The higher-education system in Finland is supposedly every American progressive’s dream. The Finnish government pays 96 percent of the total cost of providing young Finns with a college education; almost all domestic students at Finnish universities pay nothing in tuition. Indeed, Finland subsidizes its universities more than any other country in the developed world. American advocates of free college say that if Finland can do it, so can we. But there’s a catch to the Finnish model, and it’s not just higher taxes.
Finland offers a nice deal for students only if they are lucky and talented enough to get in. In 2016, Finnish institutions of higher education accepted just 33 percent of applicants. That’s the degree of selectivity we’d expect from an elite college in America, yet that is the admissions rate for Finland’s entire university system. There is a price to pay for that kind of selectivity: Finland ranks in the bottom third of developed countries for college-degree attainment. Meanwhile, the tuition-charging United States ranks in the top third, thanks to open-enrollment policies at many of our colleges and universities, along with private financing and plenty of spots offered through a diverse range of institutions.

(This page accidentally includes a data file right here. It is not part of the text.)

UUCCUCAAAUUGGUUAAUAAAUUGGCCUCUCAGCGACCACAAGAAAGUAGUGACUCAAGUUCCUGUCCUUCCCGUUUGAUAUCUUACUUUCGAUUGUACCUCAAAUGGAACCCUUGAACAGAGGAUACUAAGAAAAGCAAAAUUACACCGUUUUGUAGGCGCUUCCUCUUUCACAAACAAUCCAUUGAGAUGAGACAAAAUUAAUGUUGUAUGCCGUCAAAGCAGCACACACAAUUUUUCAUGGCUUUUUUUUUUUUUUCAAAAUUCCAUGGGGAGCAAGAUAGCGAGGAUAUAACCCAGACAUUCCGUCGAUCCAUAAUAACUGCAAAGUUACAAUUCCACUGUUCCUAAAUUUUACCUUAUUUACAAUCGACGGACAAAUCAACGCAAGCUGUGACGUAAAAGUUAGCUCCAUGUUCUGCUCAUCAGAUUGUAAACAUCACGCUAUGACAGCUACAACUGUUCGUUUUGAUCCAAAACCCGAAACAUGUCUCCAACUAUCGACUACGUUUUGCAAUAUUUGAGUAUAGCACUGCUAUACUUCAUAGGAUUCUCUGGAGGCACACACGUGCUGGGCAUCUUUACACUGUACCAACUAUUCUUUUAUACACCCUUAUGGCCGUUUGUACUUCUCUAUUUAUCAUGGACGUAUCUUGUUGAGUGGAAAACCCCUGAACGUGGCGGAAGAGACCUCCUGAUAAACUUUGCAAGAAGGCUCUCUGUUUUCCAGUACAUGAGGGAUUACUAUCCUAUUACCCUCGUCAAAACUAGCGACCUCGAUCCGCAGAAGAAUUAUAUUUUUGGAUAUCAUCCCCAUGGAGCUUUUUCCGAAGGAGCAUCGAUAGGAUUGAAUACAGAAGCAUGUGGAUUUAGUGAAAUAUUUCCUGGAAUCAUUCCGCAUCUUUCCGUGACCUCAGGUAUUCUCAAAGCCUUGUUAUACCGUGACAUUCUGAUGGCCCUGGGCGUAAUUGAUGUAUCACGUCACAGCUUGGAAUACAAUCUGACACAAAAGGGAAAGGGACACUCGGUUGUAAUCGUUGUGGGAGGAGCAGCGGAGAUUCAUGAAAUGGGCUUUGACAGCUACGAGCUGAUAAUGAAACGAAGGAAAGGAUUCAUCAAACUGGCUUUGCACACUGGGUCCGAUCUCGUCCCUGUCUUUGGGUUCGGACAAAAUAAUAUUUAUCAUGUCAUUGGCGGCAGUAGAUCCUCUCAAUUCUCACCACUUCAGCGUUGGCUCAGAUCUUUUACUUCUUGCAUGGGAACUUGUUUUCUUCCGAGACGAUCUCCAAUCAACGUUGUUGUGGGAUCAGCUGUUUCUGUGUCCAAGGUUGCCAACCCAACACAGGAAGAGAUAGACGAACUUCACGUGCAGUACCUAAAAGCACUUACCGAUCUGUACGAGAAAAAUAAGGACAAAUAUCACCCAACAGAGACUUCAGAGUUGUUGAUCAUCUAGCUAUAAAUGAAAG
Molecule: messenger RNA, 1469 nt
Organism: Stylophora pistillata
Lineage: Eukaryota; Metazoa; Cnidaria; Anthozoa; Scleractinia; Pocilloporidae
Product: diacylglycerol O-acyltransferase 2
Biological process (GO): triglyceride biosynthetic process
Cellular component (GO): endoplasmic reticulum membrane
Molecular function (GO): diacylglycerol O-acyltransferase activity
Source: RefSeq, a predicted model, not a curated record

The Finnish example reveals a reality often glossed over by politicians and activists who advocate mimicking European-style free-college regimes in the United States: government budgets are finite, even when taxes are high. If a government elects to pay for a greater share of each student’s college education, something else has to give. Perhaps the university system will accept fewer applicants and produce fewer graduates, as is the case in Finland. Or maybe it will spend fewer resources per student, potentially lowering the quality of education. Finland is evidence that such tradeoffs are not mere theory or a false choice manufactured by miserly conservatives. Nor is Finland the only country where such stark tradeoffs are on display.